Dark Days Revisited

Dark Days Revisited

September 20th, 2012 by Mike O'Neal in Local Regional News

Today, 149 years ago, fighting began in what became known as the Battle of Chickamauga.

The commemoration in 1889 by roughly 10,000 veterans, both Confederate and Union, of that bloody battle directly led to the formation of the nation's military battlefield parks.

Demonstration of Civil War era artillery presented Saturday, Sept. 15, at Poe Field inside Chickamauga & Chattanooga National Military Park.

Photo by MIke O'Neal

Today and tomorrow, Sept. 19 and 20, rangers with Chickamauga & Chattanooga National Military Park, the oldest and largest such park, are conducting special programs to recount and explain what occurred on the battlefield and how it shaped the course of history.

During a two-hour car and walking tour Sept. 19, Ranger Anton Heinlein will tell the tale of one veteran of the battle, noted author Ambrose Bierce.

Bierce fought four years in the Civil War. The carnage at Chickamauga, seared in his memory, forever haunted him: "When I ask myself what has happened to Ambrose Bierce, the youth who fought at Chickamauga, I am bound to answer that he is dead."

His idealism, destroyed by the war, was replaced by cynicism, darkness and irony in his writings. Out of these swirling emotions came perhaps his most compelling story, an enthralling five-page classic called simply, "Chickamauga," that many have referred to as America's finest short story.

"I will tell how his experiences shaped his writing in later years," Heinlein said. "During this program we will retrace some of the areas he would have been during the battle."

Ranger Jim Ogden, the park's historian, will lead a 90-minute walking tour on the ground where some of the most significant action occurred the night of Sept. 19, in a program titled: "The New Union Line at Kelly Field."

On that night in 1863, Union troops in George Thomas' sector pulled back to a low rise of ground just east of Kelly Field.

"We'll take about repositioning of Union troops during the hours of darkness to form the Union line that is so recognizable to those familiar with the next day's battle," Ogden said. "This will explain how what occurred around Kelly Field developed into the climactic fighting on Sept. 20."

Sept. 20 there will be three programs related to the fighting that took place 149 years ago.

Heinlein will conduct a one-hour program called "They Can Kill Us, But Whip Us Never!" that tells how Col. Charles Harker's brigade fought at North Dyer Field and Snodgrass farm.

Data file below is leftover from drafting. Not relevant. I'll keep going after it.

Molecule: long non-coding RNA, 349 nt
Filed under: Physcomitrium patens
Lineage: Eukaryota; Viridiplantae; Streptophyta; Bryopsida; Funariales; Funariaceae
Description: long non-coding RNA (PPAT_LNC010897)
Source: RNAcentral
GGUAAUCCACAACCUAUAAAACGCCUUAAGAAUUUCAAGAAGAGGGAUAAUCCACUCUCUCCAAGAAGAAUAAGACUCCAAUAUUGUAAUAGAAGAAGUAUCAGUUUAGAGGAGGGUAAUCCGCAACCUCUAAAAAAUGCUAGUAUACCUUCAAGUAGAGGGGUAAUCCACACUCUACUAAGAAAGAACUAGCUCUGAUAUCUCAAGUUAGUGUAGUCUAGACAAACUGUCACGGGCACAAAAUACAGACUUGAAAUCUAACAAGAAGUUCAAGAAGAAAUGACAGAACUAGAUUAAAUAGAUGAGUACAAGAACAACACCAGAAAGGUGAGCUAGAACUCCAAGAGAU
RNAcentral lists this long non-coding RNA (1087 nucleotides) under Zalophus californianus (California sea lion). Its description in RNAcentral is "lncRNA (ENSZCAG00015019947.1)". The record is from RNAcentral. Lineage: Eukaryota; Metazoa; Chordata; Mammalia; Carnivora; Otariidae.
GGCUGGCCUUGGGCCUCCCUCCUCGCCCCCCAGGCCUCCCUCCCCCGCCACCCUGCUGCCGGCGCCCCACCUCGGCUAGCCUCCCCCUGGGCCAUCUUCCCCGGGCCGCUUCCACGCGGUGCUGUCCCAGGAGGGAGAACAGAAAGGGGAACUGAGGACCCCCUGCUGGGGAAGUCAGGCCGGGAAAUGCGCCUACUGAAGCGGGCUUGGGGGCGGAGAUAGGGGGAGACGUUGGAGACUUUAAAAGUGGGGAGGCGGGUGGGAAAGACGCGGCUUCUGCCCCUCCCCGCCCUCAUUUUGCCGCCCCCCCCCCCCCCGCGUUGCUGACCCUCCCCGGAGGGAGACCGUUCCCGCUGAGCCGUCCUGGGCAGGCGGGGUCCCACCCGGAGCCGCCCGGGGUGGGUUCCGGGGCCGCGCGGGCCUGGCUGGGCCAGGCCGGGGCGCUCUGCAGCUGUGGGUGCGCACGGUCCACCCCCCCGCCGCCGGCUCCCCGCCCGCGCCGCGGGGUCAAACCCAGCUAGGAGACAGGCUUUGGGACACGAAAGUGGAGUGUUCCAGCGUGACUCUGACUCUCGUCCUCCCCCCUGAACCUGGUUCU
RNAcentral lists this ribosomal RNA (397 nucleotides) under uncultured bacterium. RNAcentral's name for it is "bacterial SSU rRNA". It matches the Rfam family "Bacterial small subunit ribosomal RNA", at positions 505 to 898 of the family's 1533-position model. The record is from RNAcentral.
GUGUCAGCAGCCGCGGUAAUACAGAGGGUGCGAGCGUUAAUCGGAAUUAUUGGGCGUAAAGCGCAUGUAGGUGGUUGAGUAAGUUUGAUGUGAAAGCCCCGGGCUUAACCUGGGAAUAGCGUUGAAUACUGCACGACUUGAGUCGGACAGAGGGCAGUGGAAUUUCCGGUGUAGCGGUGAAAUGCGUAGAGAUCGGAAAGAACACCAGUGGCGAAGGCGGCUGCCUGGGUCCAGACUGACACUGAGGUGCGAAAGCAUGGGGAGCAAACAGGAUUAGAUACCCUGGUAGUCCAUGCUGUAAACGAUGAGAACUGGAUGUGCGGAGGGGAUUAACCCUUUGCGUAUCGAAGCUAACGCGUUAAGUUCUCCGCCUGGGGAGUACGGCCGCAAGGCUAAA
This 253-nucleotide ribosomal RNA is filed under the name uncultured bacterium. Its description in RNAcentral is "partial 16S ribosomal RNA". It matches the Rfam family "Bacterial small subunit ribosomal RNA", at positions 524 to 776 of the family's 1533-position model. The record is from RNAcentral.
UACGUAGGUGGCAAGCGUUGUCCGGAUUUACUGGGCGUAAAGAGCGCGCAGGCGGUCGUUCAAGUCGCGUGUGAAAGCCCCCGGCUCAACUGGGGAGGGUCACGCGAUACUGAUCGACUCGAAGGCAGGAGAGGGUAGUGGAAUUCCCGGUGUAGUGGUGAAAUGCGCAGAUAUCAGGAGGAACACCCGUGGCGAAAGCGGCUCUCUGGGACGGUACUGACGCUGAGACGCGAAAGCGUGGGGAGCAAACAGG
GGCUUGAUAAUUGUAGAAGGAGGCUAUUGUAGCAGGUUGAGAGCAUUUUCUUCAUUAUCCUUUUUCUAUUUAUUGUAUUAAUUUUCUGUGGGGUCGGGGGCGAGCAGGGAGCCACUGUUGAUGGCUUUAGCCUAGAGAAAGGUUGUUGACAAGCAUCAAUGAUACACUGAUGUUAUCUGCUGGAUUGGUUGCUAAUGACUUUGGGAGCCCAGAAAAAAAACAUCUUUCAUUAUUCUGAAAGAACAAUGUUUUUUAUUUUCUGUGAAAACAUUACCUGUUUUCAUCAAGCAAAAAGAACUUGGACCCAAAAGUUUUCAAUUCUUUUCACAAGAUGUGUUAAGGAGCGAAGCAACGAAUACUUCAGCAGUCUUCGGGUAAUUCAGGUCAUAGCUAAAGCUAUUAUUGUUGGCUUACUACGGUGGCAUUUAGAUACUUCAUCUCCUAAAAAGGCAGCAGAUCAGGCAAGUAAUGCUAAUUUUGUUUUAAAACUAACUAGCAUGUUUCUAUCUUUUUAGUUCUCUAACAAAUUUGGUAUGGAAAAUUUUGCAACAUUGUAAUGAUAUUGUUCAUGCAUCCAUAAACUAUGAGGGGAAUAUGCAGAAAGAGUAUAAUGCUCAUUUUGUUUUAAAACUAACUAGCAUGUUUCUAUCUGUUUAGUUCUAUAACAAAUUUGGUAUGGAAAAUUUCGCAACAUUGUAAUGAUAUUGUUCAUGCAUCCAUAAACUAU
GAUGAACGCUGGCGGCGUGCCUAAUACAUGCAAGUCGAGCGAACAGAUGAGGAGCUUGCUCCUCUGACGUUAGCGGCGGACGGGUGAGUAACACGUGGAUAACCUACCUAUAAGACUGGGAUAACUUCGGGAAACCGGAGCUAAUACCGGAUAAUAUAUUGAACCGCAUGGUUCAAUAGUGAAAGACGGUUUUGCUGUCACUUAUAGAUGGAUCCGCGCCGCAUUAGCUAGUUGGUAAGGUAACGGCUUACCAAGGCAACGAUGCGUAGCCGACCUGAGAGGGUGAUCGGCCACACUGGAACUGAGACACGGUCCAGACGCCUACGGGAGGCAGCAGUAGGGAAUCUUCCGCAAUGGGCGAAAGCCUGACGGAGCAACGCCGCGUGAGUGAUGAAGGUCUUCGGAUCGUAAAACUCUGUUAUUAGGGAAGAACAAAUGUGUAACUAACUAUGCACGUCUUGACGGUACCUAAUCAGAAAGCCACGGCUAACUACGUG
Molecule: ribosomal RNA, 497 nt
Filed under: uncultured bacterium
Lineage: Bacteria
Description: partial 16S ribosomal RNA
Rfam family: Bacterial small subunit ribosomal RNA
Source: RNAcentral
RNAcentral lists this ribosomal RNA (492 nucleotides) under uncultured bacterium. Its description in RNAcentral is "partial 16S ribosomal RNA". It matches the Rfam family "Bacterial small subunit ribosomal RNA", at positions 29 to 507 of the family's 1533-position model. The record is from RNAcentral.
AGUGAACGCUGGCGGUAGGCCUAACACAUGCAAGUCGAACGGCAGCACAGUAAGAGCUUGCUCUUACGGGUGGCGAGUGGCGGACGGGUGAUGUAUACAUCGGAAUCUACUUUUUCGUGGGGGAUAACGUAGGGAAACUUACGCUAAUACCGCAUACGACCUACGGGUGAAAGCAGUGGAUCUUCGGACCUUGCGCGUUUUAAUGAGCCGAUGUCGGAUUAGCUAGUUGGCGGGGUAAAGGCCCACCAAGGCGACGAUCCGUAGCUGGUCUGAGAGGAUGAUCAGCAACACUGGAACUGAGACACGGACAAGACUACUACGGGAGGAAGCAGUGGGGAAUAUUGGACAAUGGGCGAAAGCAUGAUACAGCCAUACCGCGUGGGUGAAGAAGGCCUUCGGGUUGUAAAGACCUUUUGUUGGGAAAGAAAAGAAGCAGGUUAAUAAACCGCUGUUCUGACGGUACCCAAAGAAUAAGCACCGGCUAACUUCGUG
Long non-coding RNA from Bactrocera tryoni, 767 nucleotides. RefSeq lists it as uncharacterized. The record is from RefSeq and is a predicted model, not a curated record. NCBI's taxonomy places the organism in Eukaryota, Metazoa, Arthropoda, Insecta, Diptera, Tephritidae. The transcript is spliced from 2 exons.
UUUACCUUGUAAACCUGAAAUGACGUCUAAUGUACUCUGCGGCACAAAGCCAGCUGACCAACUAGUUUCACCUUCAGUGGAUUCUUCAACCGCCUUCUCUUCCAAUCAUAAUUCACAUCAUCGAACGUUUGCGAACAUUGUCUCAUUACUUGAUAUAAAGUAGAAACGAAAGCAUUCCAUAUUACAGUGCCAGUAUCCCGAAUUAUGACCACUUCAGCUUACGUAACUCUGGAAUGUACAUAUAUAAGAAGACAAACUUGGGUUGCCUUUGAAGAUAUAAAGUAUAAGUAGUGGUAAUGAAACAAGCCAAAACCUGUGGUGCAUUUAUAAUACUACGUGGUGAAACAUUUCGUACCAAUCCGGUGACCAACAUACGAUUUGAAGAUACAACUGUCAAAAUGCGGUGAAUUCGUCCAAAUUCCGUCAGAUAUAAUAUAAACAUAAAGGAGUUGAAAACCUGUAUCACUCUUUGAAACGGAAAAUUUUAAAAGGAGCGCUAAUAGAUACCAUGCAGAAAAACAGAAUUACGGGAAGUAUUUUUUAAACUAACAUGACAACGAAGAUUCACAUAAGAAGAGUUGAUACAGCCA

As Confederate forces advanced through the Dyer field following the breakthrough at Brotherton farm, Union forces commanded by Harker positioned themselves at the north end of the field and began firing into the swarming Confederates.

"Harker is one of the unheralded heroes of the battle and was possibly one of the best - and youngest - brigade commanders in the Army of the Cumberland," Heinlein said. "We will discuss how Harker's brigade and the maneuvers they conducted helped save the Union army that day."

Heinlein said the program about Harker's brigade will segue into a second program: "General George H. Thomas and the Union Defenses of Snodgrass Hill and Horseshoe Ridge." This 90-minute walking tour will discuss the complex Union defenses developed and implemented on the afternoon of Sept. 20, 1863.

"Snodgrass Hill and the Horseshoe Ridge lines were critical points of the battle," Heinlein said. "We will be at those positions on the actual days the fighting occurred."

Thursday evening, Ogden will lead a tour detailing what transpired as the sun began setting after two days of fierce fighting that resulted in the last major Confederate victory of the war.

"I will summarize what happened during the day's fighting and deal with the withdrawal of Union troops," he said.

Ogden said Thomas' stand at Snodgrass Hill has become legend, and the commander earned the nickname "The Rock of Chickamauga," but a regiment earned that same name for standing their ground around Kelly Field.

Even after Longstreet's breakthrough and while the "Rock of Chickamauga" stood on Snodgrass Hill, the contending forces arrayed around and opposite Kelly Field, the Union left, continued to battle into late afternoon. As sunset approached, though, the blue brigades on this line received orders to pull out. With Confederates to their front, on their flanks and even to their rear, doing so would be tight. And the Southerners launched an attack that one of their colonels would say gave 'a complete victory to our arms.'"

Organized in 1861, the 19th U.S. Infantry fought at the siege of Corinth and the battles of Shiloh, Stones River and Chickamauga.

Army archives show that at the end of the second day of fighting at Chickamauga, the unit which had had 510 men was reduced to "four officers and 51 men for duty and the regiment was commanded by a second lieutenant."

The 19th still exists and has "The Rock of Chickamauga" as its official motto.

Heinlein and Ogden say none of the programs require strenuous exertion or cover great distances, but those attending should bring a water bottle, wear sturdy shoes and perhaps carry insect repellant.

"None of the walks are long, but there will be some hiking for history and health," Ogden said.